December 5 1998
TO: Mr G Greene
Our Man in Havana
My Dear Graham
I am writing further to our recent telephone conversation regarding the predicament of my daughter-in-law Harriet. I am rather concerned because I have not heard from her for quite some weeks now. And while I understand that she must serve out her term in the Castro Central Women’s Prison, this total silence is perturbing.
I must say that I feel quite guilty for not having give her some proper advice when she first mentioned her intention to visit, in particular, the Havana Botanical Gardens. She is (was) such an ingénue that I thought she would simply stick to the usual tourist enclave – and not engage in activities of a more dissipated – and dangerous – nature!
And, of course, I was an ingénue myself when I embarked upon my long career with our Secret Intelligence Service. Back in 1957, I was not aware that – as a covert agent in a foreign embassy – I would eventually reach, and remain, on the list of Appendix Z personnel. In fact, in my early days, I don’t think I had even reached my eventual political conclusions. And these are: that democracy enables freedom and that communism – with its lack of freedom of political choices – suppresses it. I frequently think that most citizens in the UK of the present day, simply do not realize how fortunate they are to have: the freedom to choose their religious beliefs; vote for a political party of their choice; migrate freely across the European Union; absolute freedom of speech/expression; engage in self-employed enterprise, and benefit from the free movements of trade. For these opportunities, I believe, enable us citizens of the democratic world to be the best, and most, that we can be.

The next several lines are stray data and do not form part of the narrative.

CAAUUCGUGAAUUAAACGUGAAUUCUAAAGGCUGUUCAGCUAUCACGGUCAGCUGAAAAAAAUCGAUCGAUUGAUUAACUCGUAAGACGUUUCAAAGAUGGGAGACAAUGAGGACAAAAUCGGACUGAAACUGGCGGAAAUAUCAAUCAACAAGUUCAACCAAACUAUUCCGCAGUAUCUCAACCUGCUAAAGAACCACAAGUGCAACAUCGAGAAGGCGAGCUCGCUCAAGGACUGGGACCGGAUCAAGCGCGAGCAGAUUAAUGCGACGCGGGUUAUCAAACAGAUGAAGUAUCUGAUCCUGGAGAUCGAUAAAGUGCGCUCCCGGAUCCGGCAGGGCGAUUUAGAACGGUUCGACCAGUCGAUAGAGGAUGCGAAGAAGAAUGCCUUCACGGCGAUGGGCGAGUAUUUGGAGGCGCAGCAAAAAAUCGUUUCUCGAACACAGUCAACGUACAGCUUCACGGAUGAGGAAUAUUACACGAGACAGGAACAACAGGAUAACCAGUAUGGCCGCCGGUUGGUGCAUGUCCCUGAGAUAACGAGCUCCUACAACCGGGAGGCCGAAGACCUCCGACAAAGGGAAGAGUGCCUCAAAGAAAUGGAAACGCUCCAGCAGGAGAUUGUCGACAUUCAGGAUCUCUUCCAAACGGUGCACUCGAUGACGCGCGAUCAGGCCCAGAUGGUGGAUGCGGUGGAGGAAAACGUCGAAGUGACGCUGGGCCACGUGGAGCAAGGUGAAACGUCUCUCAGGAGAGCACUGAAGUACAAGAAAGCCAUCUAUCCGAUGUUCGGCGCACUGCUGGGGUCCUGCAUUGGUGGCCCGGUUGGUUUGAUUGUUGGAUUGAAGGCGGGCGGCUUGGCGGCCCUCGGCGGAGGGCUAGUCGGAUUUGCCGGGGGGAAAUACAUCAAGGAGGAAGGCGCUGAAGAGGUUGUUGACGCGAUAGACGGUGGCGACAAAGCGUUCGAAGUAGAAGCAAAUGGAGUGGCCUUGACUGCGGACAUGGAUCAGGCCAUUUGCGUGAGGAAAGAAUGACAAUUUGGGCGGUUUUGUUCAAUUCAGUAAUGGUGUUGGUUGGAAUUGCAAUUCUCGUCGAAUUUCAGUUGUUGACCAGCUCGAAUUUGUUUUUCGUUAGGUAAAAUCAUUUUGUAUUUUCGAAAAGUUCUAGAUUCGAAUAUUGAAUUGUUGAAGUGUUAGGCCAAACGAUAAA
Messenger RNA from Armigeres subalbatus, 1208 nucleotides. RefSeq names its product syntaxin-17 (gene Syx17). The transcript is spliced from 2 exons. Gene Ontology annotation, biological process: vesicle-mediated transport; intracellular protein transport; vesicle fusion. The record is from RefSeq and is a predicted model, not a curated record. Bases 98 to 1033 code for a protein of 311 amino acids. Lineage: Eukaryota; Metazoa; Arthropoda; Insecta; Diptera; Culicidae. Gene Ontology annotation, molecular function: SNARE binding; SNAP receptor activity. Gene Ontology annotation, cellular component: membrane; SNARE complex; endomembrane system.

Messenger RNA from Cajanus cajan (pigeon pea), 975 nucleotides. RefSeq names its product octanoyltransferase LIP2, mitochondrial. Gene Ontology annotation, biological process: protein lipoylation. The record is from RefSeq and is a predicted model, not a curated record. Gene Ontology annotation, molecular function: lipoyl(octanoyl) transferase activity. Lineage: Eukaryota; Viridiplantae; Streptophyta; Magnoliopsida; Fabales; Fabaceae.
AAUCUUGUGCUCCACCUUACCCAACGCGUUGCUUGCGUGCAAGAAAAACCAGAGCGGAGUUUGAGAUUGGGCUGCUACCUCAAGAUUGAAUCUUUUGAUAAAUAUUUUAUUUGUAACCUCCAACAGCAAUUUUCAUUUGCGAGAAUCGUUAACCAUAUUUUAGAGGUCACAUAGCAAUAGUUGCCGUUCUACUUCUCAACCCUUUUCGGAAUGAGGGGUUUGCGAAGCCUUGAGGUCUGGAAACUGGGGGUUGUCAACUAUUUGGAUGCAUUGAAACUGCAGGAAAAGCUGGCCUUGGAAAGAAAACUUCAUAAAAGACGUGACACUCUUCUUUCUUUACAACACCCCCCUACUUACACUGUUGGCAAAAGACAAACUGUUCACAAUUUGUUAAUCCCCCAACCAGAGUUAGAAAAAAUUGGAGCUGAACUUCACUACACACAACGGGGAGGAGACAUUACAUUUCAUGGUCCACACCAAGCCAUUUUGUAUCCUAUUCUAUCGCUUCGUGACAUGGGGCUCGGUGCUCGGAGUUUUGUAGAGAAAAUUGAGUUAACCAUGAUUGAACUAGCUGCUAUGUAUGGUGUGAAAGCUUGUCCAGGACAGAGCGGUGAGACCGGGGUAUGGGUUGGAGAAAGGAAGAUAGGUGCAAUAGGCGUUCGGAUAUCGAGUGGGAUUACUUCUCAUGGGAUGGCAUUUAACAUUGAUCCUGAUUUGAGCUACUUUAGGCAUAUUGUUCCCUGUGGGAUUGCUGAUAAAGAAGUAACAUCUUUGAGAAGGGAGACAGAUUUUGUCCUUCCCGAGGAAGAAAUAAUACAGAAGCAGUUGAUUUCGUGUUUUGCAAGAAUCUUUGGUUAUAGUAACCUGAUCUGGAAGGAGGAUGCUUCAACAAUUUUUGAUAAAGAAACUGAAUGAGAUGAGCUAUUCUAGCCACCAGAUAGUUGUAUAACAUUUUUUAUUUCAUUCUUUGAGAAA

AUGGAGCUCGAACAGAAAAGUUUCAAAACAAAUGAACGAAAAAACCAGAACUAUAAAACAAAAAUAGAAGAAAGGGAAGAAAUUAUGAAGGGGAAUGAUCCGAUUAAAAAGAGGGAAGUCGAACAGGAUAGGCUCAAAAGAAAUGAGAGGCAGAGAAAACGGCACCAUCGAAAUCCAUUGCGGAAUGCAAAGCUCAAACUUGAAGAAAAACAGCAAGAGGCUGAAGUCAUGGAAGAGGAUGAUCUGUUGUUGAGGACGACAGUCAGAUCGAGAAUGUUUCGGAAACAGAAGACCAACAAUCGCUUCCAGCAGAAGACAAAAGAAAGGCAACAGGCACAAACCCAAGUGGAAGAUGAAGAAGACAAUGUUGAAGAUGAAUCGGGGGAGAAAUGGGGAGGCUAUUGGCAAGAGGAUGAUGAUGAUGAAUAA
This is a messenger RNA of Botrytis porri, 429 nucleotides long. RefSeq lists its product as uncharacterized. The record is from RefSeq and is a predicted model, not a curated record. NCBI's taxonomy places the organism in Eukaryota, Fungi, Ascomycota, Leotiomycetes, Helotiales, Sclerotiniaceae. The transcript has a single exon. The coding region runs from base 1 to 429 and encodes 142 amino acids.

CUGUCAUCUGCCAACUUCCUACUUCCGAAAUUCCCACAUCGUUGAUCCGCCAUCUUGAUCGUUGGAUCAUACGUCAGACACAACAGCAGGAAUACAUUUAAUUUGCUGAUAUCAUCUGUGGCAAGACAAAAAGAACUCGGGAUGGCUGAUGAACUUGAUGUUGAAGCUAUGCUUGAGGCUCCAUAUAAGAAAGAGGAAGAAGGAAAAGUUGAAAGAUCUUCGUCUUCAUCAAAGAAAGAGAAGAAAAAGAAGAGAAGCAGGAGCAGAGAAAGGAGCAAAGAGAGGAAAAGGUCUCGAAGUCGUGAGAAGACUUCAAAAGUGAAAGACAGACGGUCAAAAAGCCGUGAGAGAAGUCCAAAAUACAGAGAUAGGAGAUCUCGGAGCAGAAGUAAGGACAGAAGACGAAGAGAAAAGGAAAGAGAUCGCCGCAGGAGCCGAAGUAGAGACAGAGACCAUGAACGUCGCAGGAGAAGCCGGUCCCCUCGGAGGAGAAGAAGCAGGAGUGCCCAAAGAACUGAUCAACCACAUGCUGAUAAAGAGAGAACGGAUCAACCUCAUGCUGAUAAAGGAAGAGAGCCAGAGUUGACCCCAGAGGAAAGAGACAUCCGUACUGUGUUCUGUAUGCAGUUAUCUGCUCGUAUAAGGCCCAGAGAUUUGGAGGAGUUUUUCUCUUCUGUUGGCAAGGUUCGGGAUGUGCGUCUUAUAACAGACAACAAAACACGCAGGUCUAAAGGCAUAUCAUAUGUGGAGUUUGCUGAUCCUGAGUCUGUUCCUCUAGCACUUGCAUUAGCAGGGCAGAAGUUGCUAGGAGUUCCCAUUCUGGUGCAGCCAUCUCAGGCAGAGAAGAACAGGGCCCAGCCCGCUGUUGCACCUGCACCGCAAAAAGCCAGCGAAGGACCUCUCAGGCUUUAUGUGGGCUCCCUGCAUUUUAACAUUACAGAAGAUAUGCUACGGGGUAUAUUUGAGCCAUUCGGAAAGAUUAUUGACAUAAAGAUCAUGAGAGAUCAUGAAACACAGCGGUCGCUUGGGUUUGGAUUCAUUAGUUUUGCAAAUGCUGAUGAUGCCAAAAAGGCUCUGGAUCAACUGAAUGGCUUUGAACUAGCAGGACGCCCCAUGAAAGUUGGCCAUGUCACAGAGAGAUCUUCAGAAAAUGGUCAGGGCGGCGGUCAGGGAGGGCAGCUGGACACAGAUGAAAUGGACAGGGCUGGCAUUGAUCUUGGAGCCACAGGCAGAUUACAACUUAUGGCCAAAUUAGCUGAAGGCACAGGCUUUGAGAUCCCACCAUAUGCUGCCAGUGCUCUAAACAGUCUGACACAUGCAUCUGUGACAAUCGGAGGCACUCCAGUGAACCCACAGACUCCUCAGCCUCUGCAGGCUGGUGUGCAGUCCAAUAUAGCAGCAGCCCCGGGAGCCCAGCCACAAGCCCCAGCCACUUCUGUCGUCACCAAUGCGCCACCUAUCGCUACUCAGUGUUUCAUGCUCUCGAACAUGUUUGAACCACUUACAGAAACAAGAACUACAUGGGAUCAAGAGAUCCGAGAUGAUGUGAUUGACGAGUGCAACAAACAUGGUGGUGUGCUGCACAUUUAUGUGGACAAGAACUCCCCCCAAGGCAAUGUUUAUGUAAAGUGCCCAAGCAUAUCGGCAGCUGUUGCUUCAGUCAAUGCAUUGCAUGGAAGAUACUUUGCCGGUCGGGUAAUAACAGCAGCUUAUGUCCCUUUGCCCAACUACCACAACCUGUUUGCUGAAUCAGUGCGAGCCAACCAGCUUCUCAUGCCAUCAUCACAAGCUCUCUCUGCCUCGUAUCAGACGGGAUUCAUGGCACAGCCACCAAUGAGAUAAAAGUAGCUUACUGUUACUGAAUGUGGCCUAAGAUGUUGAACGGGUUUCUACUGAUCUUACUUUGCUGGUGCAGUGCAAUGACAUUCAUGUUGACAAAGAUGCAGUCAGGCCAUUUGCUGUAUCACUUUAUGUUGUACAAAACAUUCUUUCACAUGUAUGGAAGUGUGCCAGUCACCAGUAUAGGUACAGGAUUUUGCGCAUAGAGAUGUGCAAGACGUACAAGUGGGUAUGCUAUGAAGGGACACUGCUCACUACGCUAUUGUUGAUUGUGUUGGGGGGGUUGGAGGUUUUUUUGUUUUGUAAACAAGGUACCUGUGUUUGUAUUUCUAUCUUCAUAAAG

I am not, of course, saying that a capitalist democracy is without its (large) problems – and the economic (and other) powers wielded by the minority of its citizens looms amongst them. And then there is the greed – and solipsism – demonstrated by so many consumers which is a matter of some considerable distress. But then, in the darkest days of the Cold War, it was thought that greed would sink the capitalist state and this has not come to pass. For, at the end of the day, these governments have shown that they are possessors of values – embedded in the law and in their constitutions – which transcend all others.
But I digress. Exercise your diplomatic powers, would you Graham, and let me know how Harriet fares?
Evangeline Tankful DBE/ ‘C’ (retired)